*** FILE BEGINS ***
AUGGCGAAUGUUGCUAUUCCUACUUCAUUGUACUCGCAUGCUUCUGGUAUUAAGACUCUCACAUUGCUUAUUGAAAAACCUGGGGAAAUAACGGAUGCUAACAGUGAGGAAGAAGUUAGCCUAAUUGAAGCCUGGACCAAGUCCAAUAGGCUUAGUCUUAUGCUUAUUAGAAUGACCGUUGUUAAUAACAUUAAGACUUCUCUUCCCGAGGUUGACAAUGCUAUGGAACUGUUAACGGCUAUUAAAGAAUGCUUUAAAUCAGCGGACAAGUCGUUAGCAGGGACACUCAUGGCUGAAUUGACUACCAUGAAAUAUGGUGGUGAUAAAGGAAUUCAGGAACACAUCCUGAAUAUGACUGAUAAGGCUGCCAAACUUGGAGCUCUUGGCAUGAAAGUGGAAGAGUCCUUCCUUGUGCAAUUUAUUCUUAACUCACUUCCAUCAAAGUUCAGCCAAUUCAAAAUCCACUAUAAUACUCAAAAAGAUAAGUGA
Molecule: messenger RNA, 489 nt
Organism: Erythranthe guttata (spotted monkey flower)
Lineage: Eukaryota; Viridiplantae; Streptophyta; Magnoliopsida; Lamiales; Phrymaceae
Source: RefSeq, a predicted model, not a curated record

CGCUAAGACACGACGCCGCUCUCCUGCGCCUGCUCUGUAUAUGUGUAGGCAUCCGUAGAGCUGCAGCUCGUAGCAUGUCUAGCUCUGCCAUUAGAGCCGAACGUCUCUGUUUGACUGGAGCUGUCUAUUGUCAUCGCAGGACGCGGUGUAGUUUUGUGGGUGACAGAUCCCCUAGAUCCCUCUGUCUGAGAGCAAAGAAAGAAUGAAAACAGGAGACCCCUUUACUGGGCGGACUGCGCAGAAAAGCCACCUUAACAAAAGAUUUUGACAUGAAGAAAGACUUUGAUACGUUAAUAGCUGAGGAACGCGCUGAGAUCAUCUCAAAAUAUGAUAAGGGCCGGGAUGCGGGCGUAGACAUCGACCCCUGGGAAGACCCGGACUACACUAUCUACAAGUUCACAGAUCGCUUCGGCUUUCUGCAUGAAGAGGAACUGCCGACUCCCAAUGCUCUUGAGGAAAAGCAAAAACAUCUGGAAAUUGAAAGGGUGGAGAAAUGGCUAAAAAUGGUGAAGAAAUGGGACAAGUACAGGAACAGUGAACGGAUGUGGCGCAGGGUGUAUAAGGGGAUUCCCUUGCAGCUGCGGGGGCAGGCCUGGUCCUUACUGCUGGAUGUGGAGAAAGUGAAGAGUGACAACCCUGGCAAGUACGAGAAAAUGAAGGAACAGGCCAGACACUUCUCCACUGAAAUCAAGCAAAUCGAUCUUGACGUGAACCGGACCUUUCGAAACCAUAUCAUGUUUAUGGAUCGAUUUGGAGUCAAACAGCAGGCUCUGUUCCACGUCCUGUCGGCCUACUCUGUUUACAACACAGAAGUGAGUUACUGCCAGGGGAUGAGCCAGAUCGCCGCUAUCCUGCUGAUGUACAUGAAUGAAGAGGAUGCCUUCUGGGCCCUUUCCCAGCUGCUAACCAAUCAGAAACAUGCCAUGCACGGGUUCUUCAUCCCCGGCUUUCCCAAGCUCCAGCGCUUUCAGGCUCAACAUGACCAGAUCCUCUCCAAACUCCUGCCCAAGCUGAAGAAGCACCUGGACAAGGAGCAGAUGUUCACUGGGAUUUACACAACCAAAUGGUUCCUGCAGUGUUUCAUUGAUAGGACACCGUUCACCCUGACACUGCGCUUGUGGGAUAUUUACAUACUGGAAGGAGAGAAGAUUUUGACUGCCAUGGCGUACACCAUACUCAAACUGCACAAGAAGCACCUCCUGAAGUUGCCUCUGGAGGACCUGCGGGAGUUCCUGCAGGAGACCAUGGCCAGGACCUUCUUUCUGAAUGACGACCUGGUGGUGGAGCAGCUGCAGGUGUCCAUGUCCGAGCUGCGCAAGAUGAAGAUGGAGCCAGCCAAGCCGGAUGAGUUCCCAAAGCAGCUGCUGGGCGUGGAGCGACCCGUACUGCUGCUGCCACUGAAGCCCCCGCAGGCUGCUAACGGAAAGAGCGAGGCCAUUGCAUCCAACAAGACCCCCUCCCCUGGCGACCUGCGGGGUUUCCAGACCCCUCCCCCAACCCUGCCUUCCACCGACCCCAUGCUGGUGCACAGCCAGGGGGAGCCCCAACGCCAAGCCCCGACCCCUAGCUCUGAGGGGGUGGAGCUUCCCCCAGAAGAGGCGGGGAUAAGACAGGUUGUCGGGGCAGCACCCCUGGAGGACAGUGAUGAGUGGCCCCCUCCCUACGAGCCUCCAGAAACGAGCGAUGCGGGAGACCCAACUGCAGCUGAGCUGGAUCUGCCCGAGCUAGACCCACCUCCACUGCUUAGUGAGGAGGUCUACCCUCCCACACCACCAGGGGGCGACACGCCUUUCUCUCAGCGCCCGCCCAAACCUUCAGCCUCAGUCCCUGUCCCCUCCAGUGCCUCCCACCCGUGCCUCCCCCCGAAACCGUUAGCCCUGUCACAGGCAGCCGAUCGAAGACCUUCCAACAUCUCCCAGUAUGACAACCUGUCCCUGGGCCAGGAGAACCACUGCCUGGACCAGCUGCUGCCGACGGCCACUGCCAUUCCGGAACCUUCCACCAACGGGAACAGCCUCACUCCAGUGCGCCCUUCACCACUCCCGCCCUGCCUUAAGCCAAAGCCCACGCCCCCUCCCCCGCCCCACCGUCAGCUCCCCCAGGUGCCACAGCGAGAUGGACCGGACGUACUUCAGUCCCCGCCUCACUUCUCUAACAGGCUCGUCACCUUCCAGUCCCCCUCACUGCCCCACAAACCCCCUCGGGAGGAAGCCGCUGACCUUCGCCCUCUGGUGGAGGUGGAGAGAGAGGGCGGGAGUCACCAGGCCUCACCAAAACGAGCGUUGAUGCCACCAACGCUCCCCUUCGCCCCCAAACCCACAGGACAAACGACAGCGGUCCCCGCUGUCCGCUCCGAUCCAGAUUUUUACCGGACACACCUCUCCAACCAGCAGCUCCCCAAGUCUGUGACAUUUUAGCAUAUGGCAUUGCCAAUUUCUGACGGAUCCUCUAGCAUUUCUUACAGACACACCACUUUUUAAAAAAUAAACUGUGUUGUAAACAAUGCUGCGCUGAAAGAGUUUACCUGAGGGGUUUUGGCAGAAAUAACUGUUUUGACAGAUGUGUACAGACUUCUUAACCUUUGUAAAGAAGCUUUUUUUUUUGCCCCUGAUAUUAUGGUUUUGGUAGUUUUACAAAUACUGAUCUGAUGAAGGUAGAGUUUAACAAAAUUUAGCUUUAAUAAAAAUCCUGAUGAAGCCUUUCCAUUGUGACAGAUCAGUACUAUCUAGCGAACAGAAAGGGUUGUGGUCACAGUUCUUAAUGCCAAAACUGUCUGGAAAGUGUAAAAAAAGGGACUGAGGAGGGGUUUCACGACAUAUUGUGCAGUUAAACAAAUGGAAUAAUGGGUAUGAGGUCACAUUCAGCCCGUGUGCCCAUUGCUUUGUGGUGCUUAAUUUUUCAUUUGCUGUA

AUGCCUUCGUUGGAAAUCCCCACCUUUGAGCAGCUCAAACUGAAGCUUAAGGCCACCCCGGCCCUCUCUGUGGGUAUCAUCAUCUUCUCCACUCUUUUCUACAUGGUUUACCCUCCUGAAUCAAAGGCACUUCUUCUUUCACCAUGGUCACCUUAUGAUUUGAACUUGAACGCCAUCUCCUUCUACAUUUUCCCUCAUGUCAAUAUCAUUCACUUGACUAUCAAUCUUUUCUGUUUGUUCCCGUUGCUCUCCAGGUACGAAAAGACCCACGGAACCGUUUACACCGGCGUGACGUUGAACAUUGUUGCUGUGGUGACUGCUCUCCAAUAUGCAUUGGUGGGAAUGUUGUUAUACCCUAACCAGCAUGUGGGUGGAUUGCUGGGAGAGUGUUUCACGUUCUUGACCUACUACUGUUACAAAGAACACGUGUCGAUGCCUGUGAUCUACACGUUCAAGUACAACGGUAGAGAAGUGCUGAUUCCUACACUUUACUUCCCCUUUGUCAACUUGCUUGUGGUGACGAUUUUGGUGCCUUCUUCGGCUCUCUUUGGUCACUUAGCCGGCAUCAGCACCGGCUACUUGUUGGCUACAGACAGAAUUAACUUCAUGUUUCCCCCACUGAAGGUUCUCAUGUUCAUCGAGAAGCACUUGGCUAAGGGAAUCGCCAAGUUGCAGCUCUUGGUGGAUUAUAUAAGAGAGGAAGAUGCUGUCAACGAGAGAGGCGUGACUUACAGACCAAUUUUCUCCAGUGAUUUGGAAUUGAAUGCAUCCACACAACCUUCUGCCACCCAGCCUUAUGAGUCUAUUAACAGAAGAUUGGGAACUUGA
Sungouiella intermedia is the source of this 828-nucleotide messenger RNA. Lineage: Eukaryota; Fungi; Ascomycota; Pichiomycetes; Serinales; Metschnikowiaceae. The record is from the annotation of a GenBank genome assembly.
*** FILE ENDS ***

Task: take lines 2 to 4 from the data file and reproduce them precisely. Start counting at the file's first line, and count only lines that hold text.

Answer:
Molecule: messenger RNA, 489 nt
Organism: Erythranthe guttata (spotted monkey flower)
Lineage: Eukaryota; Viridiplantae; Streptophyta; Magnoliopsida; Lamiales; Phrymaceae